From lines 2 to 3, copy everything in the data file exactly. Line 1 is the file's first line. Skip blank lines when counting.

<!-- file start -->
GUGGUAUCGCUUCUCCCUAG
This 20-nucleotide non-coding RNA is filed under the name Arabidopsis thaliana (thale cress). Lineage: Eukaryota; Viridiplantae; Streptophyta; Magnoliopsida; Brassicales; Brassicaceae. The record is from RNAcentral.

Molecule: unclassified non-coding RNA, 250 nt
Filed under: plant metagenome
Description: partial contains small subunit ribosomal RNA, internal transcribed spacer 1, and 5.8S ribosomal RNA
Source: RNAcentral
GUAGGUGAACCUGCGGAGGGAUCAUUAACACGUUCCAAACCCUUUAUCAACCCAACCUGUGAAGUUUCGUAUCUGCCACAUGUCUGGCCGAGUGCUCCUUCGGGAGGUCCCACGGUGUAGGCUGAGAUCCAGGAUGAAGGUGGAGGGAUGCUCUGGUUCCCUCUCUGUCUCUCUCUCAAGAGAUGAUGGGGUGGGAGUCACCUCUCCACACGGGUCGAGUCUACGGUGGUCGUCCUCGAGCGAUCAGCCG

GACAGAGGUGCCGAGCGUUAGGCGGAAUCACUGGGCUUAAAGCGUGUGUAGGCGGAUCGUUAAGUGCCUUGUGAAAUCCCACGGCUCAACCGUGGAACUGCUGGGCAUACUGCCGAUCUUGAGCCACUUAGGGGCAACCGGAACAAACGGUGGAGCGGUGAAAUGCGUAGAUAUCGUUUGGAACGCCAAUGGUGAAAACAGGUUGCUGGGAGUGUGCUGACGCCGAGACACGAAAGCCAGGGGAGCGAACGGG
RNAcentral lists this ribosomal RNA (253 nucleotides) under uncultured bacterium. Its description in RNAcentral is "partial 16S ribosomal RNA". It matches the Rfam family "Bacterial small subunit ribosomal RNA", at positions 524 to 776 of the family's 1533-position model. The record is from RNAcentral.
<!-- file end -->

This 20-nucleotide non-coding RNA is filed under the name Arabidopsis thaliana (thale cress). Lineage: Eukaryota; Viridiplantae; Streptophyta; Magnoliopsida; Brassicales; Brassicaceae. The record is from RNAcentral.

Molecule: unclassified non-coding RNA, 250 nt